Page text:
You'd think Halloween would be one night where families could put their political differences aside and promote childhood diabetes. Unfortunately, for some anti-vaccination parents, the holiday has become a time to spread propaganda messages.
While some people believe that vaccines cause autism in children, scientists have not found a link between the two. But the National Vaccine Information Center (NVIC), which encourages parents not to vaccinate their children, wants anti-vaccine parents to put stickers on their Halloween candy advertising vaccines' "risks."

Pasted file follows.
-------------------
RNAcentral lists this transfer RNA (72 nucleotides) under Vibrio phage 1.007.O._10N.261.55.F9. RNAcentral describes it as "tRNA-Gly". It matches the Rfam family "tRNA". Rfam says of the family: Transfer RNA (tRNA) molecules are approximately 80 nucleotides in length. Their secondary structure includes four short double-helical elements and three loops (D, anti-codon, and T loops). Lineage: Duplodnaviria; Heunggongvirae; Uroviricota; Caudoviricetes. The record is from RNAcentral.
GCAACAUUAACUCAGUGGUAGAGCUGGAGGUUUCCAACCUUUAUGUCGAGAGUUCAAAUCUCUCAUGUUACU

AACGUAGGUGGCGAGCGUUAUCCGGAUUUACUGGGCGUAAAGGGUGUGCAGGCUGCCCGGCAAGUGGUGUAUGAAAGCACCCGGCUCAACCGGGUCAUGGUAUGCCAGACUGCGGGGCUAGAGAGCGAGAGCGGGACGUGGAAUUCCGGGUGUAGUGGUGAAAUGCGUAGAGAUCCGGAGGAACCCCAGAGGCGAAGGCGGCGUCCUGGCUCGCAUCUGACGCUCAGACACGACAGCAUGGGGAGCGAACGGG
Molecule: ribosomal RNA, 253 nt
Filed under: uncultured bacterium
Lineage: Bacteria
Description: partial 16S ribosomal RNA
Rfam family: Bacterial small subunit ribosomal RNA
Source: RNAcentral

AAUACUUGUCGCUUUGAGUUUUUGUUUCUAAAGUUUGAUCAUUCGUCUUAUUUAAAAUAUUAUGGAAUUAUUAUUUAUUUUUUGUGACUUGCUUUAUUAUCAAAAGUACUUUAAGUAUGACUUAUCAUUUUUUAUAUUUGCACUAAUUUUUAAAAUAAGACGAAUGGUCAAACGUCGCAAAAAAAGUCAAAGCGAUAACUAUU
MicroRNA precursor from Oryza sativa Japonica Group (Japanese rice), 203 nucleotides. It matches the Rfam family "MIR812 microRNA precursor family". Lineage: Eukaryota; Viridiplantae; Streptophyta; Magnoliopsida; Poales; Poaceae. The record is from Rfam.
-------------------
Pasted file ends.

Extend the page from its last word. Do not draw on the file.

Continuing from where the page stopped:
// var js, fjs = d.getElementsByTagName(s); if (d.getElementById(id)) return; js = d.createElement(s); js.id = id; js.src = "//connect.facebook.net/en_US/all.js#xfbml=1"; fjs.parentNode.insertBefore(js, fjs); }(document, 'script', 'facebook-jssdk'));// ]]>Post by National Vaccine Information Center.
The labels ask parents to "know the risk" of vaccination, encouraging them to visit the NVIC's website. There's no information, however, about the risk of ruining Halloween.